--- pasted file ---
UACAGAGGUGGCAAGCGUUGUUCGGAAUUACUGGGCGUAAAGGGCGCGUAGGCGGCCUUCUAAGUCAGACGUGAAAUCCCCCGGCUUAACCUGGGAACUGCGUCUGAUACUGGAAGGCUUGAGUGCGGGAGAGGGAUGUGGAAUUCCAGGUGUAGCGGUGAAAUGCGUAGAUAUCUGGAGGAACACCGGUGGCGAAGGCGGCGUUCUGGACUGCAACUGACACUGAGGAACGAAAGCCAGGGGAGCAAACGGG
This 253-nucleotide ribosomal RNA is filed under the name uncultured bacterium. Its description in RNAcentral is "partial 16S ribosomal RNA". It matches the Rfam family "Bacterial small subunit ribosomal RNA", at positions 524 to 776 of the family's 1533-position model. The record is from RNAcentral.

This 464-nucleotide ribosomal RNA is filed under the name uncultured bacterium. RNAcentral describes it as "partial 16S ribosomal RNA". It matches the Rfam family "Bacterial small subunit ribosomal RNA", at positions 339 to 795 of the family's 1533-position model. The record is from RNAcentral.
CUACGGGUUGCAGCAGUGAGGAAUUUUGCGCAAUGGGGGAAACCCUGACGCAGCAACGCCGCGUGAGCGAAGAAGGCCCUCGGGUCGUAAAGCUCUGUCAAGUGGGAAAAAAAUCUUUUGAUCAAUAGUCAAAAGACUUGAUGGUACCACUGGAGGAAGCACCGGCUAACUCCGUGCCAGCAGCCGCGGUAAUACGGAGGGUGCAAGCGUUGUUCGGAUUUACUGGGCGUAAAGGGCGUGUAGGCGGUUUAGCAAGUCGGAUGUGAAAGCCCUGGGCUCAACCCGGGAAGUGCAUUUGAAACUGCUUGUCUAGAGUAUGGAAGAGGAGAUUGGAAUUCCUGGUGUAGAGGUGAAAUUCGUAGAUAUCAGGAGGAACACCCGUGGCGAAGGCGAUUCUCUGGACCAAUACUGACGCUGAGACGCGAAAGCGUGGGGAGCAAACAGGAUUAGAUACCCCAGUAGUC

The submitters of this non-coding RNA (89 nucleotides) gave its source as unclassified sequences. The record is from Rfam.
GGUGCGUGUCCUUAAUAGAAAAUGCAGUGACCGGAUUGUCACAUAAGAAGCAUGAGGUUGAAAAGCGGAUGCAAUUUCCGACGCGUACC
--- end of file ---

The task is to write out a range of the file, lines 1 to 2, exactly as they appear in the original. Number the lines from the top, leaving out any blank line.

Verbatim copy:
UACAGAGGUGGCAAGCGUUGUUCGGAAUUACUGGGCGUAAAGGGCGCGUAGGCGGCCUUCUAAGUCAGACGUGAAAUCCCCCGGCUUAACCUGGGAACUGCGUCUGAUACUGGAAGGCUUGAGUGCGGGAGAGGGAUGUGGAAUUCCAGGUGUAGCGGUGAAAUGCGUAGAUAUCUGGAGGAACACCGGUGGCGAAGGCGGCGUUCUGGACUGCAACUGACACUGAGGAACGAAAGCCAGGGGAGCAAACGGG
This 253-nucleotide ribosomal RNA is filed under the name uncultured bacterium. Its description in RNAcentral is "partial 16S ribosomal RNA". It matches the Rfam family "Bacterial small subunit ribosomal RNA", at positions 524 to 776 of the family's 1533-position model. The record is from RNAcentral.